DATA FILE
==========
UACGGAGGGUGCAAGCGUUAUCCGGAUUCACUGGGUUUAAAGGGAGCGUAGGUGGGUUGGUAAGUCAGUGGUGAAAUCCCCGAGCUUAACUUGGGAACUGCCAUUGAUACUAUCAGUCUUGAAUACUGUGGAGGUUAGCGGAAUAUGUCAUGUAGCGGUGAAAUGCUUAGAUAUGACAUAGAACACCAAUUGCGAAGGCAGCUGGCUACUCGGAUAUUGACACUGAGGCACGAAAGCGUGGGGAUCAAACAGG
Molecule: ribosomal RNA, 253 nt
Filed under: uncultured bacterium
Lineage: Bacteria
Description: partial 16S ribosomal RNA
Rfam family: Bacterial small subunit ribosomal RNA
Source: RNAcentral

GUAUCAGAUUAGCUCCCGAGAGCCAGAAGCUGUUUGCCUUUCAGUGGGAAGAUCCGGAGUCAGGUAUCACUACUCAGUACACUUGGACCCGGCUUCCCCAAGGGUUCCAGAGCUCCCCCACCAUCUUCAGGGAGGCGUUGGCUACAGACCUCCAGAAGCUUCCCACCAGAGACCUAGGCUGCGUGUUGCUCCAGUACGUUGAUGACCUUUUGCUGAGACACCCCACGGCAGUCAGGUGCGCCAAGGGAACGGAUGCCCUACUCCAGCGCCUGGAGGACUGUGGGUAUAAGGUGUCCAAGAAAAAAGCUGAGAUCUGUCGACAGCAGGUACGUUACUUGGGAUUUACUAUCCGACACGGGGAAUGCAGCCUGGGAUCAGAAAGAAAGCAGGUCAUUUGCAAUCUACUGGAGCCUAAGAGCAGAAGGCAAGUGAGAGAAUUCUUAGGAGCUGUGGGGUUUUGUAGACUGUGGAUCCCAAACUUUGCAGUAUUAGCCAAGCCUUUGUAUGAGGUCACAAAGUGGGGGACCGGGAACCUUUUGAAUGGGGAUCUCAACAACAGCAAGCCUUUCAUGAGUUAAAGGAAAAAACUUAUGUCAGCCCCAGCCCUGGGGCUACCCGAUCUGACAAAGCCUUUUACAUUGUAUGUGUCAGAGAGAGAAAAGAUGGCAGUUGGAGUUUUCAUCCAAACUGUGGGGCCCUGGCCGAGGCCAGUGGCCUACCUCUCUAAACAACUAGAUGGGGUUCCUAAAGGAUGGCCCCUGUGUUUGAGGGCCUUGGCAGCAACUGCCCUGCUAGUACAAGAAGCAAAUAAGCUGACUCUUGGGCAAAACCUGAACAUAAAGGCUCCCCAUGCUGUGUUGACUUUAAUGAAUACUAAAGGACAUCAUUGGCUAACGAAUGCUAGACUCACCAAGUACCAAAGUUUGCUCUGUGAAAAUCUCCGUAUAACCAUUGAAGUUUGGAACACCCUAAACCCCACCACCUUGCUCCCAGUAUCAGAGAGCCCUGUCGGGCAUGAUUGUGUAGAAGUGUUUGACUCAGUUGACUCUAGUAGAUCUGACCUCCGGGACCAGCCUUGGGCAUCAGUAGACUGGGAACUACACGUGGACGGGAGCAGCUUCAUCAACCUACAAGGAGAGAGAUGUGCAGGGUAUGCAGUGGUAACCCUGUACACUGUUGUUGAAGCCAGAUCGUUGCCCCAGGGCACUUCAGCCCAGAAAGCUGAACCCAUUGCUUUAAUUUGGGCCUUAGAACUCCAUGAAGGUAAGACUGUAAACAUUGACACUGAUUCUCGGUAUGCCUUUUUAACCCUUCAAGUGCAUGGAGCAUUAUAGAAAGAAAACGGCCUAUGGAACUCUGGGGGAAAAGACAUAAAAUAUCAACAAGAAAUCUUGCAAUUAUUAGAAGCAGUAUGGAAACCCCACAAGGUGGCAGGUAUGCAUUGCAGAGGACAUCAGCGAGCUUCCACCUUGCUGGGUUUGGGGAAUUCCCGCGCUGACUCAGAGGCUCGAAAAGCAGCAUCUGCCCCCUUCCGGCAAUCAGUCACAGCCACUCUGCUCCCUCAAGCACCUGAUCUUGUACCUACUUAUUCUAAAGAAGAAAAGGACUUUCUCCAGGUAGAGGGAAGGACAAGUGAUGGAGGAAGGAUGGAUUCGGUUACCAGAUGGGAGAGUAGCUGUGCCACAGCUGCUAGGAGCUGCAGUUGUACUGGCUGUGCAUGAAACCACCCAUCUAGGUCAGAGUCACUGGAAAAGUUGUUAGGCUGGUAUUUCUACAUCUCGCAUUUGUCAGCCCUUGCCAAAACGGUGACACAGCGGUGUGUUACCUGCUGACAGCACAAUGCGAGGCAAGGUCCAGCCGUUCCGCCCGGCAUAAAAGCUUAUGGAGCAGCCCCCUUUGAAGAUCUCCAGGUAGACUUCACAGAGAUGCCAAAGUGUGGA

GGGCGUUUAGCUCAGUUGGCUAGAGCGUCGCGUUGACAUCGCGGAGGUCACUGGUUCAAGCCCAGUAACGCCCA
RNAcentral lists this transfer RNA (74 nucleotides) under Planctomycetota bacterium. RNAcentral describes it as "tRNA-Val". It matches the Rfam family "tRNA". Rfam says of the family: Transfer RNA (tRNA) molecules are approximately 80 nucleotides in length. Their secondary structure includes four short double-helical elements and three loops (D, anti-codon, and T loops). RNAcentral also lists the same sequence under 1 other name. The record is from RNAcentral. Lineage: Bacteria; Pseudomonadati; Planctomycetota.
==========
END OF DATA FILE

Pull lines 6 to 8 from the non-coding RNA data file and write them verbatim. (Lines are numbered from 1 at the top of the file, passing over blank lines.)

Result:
Rfam family: Bacterial small subunit ribosomal RNA
Source: RNAcentral

GUAUCAGAUUAGCUCCCGAGAGCCAGAAGCUGUUUGCCUUUCAGUGGGAAGAUCCGGAGUCAGGUAUCACUACUCAGUACACUUGGACCCGGCUUCCCCAAGGGUUCCAGAGCUCCCCCACCAUCUUCAGGGAGGCGUUGGCUACAGACCUCCAGAAGCUUCCCACCAGAGACCUAGGCUGCGUGUUGCUCCAGUACGUUGAUGACCUUUUGCUGAGACACCCCACGGCAGUCAGGUGCGCCAAGGGAACGGAUGCCCUACUCCAGCGCCUGGAGGACUGUGGGUAUAAGGUGUCCAAGAAAAAAGCUGAGAUCUGUCGACAGCAGGUACGUUACUUGGGAUUUACUAUCCGACACGGGGAAUGCAGCCUGGGAUCAGAAAGAAAGCAGGUCAUUUGCAAUCUACUGGAGCCUAAGAGCAGAAGGCAAGUGAGAGAAUUCUUAGGAGCUGUGGGGUUUUGUAGACUGUGGAUCCCAAACUUUGCAGUAUUAGCCAAGCCUUUGUAUGAGGUCACAAAGUGGGGGACCGGGAACCUUUUGAAUGGGGAUCUCAACAACAGCAAGCCUUUCAUGAGUUAAAGGAAAAAACUUAUGUCAGCCCCAGCCCUGGGGCUACCCGAUCUGACAAAGCCUUUUACAUUGUAUGUGUCAGAGAGAGAAAAGAUGGCAGUUGGAGUUUUCAUCCAAACUGUGGGGCCCUGGCCGAGGCCAGUGGCCUACCUCUCUAAACAACUAGAUGGGGUUCCUAAAGGAUGGCCCCUGUGUUUGAGGGCCUUGGCAGCAACUGCCCUGCUAGUACAAGAAGCAAAUAAGCUGACUCUUGGGCAAAACCUGAACAUAAAGGCUCCCCAUGCUGUGUUGACUUUAAUGAAUACUAAAGGACAUCAUUGGCUAACGAAUGCUAGACUCACCAAGUACCAAAGUUUGCUCUGUGAAAAUCUCCGUAUAACCAUUGAAGUUUGGAACACCCUAAACCCCACCACCUUGCUCCCAGUAUCAGAGAGCCCUGUCGGGCAUGAUUGUGUAGAAGUGUUUGACUCAGUUGACUCUAGUAGAUCUGACCUCCGGGACCAGCCUUGGGCAUCAGUAGACUGGGAACUACACGUGGACGGGAGCAGCUUCAUCAACCUACAAGGAGAGAGAUGUGCAGGGUAUGCAGUGGUAACCCUGUACACUGUUGUUGAAGCCAGAUCGUUGCCCCAGGGCACUUCAGCCCAGAAAGCUGAACCCAUUGCUUUAAUUUGGGCCUUAGAACUCCAUGAAGGUAAGACUGUAAACAUUGACACUGAUUCUCGGUAUGCCUUUUUAACCCUUCAAGUGCAUGGAGCAUUAUAGAAAGAAAACGGCCUAUGGAACUCUGGGGGAAAAGACAUAAAAUAUCAACAAGAAAUCUUGCAAUUAUUAGAAGCAGUAUGGAAACCCCACAAGGUGGCAGGUAUGCAUUGCAGAGGACAUCAGCGAGCUUCCACCUUGCUGGGUUUGGGGAAUUCCCGCGCUGACUCAGAGGCUCGAAAAGCAGCAUCUGCCCCCUUCCGGCAAUCAGUCACAGCCACUCUGCUCCCUCAAGCACCUGAUCUUGUACCUACUUAUUCUAAAGAAGAAAAGGACUUUCUCCAGGUAGAGGGAAGGACAAGUGAUGGAGGAAGGAUGGAUUCGGUUACCAGAUGGGAGAGUAGCUGUGCCACAGCUGCUAGGAGCUGCAGUUGUACUGGCUGUGCAUGAAACCACCCAUCUAGGUCAGAGUCACUGGAAAAGUUGUUAGGCUGGUAUUUCUACAUCUCGCAUUUGUCAGCCCUUGCCAAAACGGUGACACAGCGGUGUGUUACCUGCUGACAGCACAAUGCGAGGCAAGGUCCAGCCGUUCCGCCCGGCAUAAAAGCUUAUGGAGCAGCCCCCUUUGAAGAUCUCCAGGUAGACUUCACAGAGAUGCCAAAGUGUGGA